The Case Against
While 2011 is the final guaranteed year on Swisher’s contract ($9M salary), the Yankees do hold a club option for 2012 worth $10.25M. They could choose to buy him out for a million bucks, but at this point in time it would be an upset if they went that route. So in reality Swisher is two years away from free agency, when he’ll be 32 and approaching his decline phase. While his stock is at an all-time high right now, it could be on the way down 24 months from now. Not extending Swisher now would also give the Yanks some semblance of roster flexibility going forward since his trade value is at an all-time high as well.
The Yankee policy is to not negotiate with players (not to mention field and front office staff as well) until their contracts expire, so this entire post is more academic than anything. But just for the sake of argument, let’s assume the Yanks would be up to giving their rightfielder an extension.
I’m in the camp that thinks they should wait this one out and let Swish play out the final two years of his contract before worrying about an extension, and I love the guy. Like I said, they’d maintain some roster flexibility, which is extremely important with so many massive contracts. It also eliminates a ton of risk since they wouldn’t be locked in for the next five years if he declines or something. The Yankees can afford to pay him when he becomes a free agent in two years if they want to, and that’s the route they should go. The financial advantage allows them to wait and pay people later rather than have to gamble and pay them now.
While all the fun comes in trying to figure out who the Yankees will sign as free agents and how much they’ll pay them, we can’t forget that they have quite a few players already in house that need new contracts. Phil Hughes is the team’s most notable player heading into his first season of arbitration eligibility, and we broke down his case yesterday. We can’t forget about his running mate Joba Chamberlain though, he’s headed to arbitration for the first time as well.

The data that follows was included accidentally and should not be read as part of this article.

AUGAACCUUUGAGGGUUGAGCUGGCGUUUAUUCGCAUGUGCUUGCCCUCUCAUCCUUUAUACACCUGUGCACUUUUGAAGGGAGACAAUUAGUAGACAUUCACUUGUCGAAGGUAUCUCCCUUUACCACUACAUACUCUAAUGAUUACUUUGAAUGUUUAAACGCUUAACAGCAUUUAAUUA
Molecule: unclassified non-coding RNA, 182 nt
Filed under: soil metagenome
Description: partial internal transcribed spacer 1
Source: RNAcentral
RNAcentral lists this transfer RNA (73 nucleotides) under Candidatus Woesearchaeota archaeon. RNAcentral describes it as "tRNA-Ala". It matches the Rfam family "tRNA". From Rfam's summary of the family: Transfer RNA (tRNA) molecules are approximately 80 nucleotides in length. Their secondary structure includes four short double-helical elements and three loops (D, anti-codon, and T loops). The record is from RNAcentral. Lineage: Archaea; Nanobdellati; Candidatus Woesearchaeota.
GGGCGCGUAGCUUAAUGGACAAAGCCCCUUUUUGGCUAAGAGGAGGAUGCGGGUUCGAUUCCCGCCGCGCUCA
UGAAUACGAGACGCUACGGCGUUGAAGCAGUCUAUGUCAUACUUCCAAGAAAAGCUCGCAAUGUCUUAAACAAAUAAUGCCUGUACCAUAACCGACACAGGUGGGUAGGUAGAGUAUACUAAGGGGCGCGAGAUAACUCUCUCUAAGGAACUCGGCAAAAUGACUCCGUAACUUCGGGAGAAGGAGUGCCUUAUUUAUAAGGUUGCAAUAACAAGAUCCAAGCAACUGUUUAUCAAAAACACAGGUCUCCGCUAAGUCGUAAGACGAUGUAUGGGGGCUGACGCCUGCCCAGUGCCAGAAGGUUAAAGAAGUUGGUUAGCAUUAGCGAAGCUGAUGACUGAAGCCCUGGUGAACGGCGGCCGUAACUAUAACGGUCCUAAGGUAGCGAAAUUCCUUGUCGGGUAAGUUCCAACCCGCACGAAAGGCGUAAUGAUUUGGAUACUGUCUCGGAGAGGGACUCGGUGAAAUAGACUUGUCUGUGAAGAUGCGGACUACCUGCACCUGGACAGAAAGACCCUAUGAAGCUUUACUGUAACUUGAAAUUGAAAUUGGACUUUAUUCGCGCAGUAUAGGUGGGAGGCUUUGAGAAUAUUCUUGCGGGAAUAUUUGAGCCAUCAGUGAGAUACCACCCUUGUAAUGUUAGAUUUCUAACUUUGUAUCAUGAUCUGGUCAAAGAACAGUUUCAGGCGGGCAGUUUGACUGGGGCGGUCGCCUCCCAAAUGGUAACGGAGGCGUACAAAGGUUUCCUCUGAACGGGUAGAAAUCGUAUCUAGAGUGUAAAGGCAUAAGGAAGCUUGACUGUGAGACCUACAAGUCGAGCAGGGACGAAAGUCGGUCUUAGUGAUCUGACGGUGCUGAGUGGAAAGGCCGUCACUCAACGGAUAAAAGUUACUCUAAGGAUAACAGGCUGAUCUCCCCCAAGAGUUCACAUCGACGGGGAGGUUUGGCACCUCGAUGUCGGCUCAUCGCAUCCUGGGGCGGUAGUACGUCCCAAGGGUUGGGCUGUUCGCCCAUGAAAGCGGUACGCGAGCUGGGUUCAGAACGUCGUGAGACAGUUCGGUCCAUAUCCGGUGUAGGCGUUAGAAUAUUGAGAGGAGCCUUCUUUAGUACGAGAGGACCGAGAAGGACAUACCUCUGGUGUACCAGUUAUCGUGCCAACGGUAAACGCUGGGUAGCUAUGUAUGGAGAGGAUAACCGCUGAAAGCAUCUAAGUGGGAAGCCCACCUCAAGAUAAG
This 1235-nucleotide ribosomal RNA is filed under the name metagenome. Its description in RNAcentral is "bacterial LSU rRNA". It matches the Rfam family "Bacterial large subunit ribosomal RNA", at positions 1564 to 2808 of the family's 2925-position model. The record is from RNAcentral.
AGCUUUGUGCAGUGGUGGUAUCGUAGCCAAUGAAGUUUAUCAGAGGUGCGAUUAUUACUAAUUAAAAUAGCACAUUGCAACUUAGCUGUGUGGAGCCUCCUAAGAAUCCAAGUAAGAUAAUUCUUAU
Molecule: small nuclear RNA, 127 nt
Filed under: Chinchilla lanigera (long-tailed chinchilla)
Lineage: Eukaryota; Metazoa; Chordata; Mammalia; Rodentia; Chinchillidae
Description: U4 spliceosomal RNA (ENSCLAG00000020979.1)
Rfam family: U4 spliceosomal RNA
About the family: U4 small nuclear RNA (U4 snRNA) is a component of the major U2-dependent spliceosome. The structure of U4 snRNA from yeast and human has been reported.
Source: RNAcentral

Joba’s in a unique spot because he’s bounced back and forth between the rotation and bullpen. The Yankees have explicitly stated on more than one occasion that he’s a reliever going forward, so that’s the role and demographic we”ll use as a basis for his 2011 salary. He’s not a closer, so we have to compare Joba to some other non-closers when they were headed into their first season of arbitration. Here’s a list of some statistical comparables that I dug up…
A few of these guys are closers now but weren’t before they hit arbitration for the first time. Broxton had just taken over that role for the Dodgers midway through his final pre-arbitration season, so he’s the outlier here, evidenced by his relatively massive raise. Saves equal money, no matter how dumb the stat is. The average first year arbitration salary and percent raise in the table are a weighted average based on innings. Players that threw more innings should have a bigger impact on our end result, and this ensures they do.
I’m extremely pleased with how close the strikeout and walk numbers are, and the differences in saves (which don’t matter much anyway) and ERA+ are not outrageous. Applying that 232.3% raise to Joba’s 2010 salary of $487,975, we get a projected 2011 salary of $1,133,566. That’s reasonable for an above average short reliever his first time through the process, in fact it might even be a tad generous.
Here’s the thing though: we can’t completely forget about all the time Joba logged as a starting pitcher because his agent sure won’t during negotiations. In fact, just 37.3% of Joba’s career innings (131.2) have come as a reliever. The other 221.2 IP have been as a starter. If we use the 684.4% raise applied to Hughes yesterday, then Joba’s staring at a $3,339,701 payout next season. Let’s combined the two projected salaries (starter and reliever) based on the percentage of innings he’s thrown in each role…
(37.3% x $1,133,566) + (62.7% x $3,339,701) = $2,516,813
That seems too high and frankly the ~$1.13M from earlier seems a little too low, so let’s split the difference and call it $1.825M. As you can see, we take great pride in our accuracy.
In all seriousness though, that salary passes the sniff test and seems appropriate for a player of Joba’s caliber and with his level of accomplishment. Of course it’s entirely possible that none of this will matter to the Yankees. Joba’s name figures to pop up in trade rumors this winter, and if they pull the trigger on a deal, then he and his 2011 salary become another team’s responsibility. Either way, the the days of getting cheap production out of Chamberlain are pretty much over.
The Yankees have a few players eligible for arbitration this offseason, none more notable than first-timer Phil Hughes. After earning the league minimum or close to it over the last four seasons (or parts of them, anyway), Hughes will see his salary bump up into the seven figures this winter. How much exactly? Well let’s try to figure that out.
The entire arbitration process is pretty archaic, relying on old school stats that don’t tell the whole story to compare players with similar amounts of service time. Hughes will be compared to other pitchers when they hit arbitration for the first time, and his salary will be based on what they earned. Of course both the Yankees and Hughes want to avoid an arbitration hearing and agree to a contract beforehand, but his salary will still be determined in a similar manner.